Our Champagne



While many people will say ‘Brut’ refers to a dry style Champagne, the direct translation is more accurately described as ‘unrefined’ or ‘raw’. In a practical sense, Brut Champagnes taste more dry than sweet as they typically contain sugar levels of less than 15 grams per Litre otherwise known as a 15g/L Dosage. However, dry style (less sweet) Champagnes have gained in popularity over time and now 12 grams per Litre or below is more common.

Brut in a Champagne sense, is best translated as ‘raw’ since very little dosage (additional sugar) is added to Brut Champagnes meaning the wine is in a raw state. Sugar helps mask any deficiencies in the quality of the wine much like when milk is added to black coffee. Back in the early days of Champagne production, the dosage was extremely high (above 100g/L) whereas there has been a trend towards lower and lower dosage Champagnes in a modern sense, especialy in the last few years.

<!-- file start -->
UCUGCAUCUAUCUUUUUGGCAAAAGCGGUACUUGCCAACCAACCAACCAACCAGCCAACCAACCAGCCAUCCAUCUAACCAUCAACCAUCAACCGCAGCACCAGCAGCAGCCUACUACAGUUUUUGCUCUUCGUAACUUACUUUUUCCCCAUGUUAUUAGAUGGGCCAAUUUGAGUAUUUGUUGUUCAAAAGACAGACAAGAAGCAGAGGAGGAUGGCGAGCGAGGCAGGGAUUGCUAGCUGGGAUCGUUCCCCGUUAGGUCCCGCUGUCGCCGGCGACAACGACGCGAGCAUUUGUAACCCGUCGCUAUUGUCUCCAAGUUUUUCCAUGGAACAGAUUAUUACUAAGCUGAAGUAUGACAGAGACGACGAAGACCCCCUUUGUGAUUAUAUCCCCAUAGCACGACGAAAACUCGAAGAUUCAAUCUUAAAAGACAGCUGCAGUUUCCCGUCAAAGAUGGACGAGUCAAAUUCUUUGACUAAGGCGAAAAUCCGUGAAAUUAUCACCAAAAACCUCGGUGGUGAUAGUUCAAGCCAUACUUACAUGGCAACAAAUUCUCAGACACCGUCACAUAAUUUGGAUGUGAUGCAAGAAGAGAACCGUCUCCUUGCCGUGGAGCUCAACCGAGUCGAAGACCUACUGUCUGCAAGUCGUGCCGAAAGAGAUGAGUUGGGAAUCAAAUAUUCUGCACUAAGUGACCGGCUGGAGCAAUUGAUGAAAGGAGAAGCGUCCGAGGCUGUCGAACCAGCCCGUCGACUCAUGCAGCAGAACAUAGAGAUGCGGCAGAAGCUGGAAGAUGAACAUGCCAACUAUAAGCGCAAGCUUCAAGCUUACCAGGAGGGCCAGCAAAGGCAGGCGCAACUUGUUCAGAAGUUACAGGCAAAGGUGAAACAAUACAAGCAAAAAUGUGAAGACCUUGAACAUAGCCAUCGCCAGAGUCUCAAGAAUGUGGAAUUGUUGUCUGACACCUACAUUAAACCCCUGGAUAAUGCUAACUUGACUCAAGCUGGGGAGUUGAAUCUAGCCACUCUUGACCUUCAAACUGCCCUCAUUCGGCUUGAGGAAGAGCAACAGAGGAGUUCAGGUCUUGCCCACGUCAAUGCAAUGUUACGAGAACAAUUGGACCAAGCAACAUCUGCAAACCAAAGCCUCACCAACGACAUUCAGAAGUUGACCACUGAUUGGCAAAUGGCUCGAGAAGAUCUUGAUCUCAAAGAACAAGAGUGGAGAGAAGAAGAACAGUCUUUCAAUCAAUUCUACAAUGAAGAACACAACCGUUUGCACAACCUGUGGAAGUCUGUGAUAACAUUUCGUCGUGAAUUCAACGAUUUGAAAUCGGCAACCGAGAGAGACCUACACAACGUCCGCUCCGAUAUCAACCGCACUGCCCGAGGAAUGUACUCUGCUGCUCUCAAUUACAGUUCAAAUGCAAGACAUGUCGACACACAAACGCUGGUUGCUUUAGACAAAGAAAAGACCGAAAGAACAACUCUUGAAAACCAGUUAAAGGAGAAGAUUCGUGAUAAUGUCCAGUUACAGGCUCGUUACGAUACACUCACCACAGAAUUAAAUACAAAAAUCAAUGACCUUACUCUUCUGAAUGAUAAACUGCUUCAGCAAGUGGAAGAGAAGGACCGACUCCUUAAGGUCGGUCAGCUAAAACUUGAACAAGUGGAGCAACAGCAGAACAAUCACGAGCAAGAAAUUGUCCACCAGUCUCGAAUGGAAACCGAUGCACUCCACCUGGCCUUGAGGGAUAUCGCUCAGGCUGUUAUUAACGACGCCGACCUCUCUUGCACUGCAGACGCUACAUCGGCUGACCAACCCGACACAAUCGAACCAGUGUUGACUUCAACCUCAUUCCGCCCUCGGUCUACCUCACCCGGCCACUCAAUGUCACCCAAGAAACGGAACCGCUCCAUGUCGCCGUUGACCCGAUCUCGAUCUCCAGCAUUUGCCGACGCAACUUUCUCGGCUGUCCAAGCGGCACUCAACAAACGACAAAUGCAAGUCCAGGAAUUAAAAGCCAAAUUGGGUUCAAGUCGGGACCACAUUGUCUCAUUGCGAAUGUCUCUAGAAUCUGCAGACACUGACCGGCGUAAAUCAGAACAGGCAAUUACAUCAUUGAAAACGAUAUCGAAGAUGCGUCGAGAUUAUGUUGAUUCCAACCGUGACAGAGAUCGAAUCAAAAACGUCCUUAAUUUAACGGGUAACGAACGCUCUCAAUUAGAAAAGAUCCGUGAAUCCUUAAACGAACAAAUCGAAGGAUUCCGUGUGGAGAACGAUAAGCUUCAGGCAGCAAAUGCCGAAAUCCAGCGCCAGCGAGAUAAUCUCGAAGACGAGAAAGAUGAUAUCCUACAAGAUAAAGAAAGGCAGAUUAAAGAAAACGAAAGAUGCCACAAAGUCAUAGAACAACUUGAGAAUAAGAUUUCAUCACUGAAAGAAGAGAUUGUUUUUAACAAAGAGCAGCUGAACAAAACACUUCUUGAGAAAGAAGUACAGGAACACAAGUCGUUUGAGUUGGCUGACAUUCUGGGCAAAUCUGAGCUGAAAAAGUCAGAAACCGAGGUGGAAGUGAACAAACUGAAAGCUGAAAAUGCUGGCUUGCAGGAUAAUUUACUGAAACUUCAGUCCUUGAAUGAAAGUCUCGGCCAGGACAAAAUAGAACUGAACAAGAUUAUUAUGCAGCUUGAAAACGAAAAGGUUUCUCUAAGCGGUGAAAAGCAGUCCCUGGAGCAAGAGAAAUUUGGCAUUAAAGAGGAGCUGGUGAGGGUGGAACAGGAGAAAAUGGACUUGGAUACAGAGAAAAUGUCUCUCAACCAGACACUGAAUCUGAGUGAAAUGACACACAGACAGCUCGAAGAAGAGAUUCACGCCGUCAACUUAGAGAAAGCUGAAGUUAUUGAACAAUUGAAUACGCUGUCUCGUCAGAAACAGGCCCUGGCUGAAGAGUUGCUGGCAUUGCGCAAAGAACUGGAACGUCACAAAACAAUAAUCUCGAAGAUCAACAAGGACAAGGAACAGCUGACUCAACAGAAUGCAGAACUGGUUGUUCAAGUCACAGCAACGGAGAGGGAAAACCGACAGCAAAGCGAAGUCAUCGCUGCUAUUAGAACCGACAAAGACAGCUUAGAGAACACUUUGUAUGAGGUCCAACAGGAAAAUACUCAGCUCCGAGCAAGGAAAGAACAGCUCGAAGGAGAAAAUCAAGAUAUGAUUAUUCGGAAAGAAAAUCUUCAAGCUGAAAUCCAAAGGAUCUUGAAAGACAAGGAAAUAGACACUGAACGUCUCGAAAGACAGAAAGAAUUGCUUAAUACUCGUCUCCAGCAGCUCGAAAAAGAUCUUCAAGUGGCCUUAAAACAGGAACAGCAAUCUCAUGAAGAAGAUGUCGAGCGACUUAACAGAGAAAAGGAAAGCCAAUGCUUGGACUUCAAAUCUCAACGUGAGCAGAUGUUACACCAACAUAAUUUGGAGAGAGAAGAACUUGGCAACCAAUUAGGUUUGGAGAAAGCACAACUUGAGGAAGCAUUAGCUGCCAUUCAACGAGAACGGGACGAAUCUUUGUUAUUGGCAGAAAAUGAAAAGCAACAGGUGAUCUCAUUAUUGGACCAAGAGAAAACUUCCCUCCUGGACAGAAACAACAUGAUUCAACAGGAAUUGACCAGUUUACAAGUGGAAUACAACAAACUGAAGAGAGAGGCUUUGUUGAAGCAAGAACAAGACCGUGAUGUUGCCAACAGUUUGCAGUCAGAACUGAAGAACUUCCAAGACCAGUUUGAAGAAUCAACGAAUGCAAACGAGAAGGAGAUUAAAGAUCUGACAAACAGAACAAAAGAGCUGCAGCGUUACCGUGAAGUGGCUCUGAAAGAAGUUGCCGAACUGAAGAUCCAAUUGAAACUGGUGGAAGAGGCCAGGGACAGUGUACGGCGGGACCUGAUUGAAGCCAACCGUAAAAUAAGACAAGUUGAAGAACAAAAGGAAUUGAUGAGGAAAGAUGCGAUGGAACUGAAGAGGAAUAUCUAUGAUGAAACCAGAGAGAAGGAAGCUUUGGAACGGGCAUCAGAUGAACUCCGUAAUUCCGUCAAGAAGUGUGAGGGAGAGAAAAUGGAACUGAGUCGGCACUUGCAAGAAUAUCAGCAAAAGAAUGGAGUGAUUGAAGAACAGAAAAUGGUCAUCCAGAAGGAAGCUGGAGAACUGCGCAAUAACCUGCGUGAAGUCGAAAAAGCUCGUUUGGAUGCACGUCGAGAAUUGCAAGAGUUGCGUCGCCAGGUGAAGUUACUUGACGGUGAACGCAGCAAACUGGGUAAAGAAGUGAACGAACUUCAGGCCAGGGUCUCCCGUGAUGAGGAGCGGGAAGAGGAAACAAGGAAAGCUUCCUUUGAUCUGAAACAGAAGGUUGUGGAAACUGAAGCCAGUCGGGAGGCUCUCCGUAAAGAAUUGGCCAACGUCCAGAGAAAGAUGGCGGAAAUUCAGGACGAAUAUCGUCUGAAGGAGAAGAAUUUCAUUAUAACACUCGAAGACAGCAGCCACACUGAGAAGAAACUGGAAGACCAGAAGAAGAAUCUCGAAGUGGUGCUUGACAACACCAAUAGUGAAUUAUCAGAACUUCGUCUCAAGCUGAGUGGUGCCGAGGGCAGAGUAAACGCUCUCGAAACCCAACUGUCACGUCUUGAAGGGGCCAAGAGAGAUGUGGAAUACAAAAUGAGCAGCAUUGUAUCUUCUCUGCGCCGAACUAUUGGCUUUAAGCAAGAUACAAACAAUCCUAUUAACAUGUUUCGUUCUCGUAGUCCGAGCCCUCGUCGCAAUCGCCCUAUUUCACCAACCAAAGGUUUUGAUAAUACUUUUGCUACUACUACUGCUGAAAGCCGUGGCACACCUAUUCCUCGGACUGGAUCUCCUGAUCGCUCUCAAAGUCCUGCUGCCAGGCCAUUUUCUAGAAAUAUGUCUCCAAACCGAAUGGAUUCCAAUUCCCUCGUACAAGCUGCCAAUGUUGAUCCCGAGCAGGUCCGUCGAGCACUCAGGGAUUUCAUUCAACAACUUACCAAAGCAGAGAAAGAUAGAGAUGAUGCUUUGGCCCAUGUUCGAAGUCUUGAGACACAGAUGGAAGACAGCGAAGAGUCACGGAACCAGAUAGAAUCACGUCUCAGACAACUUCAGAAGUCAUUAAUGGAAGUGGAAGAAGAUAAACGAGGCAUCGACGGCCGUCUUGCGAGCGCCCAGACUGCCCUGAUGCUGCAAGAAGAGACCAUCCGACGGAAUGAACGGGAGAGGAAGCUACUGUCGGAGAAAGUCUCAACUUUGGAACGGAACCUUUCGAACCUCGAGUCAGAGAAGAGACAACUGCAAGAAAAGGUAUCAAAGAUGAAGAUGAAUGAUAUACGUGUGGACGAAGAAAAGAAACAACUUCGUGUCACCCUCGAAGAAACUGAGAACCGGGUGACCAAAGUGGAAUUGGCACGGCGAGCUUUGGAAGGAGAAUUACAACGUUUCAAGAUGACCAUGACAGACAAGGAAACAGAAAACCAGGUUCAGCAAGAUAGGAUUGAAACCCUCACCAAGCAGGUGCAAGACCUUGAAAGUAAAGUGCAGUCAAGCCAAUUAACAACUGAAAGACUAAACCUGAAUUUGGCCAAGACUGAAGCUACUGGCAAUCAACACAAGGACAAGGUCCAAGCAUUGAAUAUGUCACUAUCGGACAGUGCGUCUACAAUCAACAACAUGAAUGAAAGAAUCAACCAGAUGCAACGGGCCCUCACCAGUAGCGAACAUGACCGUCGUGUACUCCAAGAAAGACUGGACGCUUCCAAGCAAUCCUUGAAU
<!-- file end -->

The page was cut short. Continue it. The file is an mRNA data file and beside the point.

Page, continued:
Brut should not be confused with ‘Sec’ which directly translates to ‘dry’ in French and actually contains a higher residual sugar content.

To find out more about Dosage and the different terms that represent expected sugar levels, click the links on this page. They are listed in order from driest (top) to sweetest (bottom).

Related terms

Brut Nature / Zero Dosage / Brut Natural

Extra Brut


Extra Sec / Extra Dry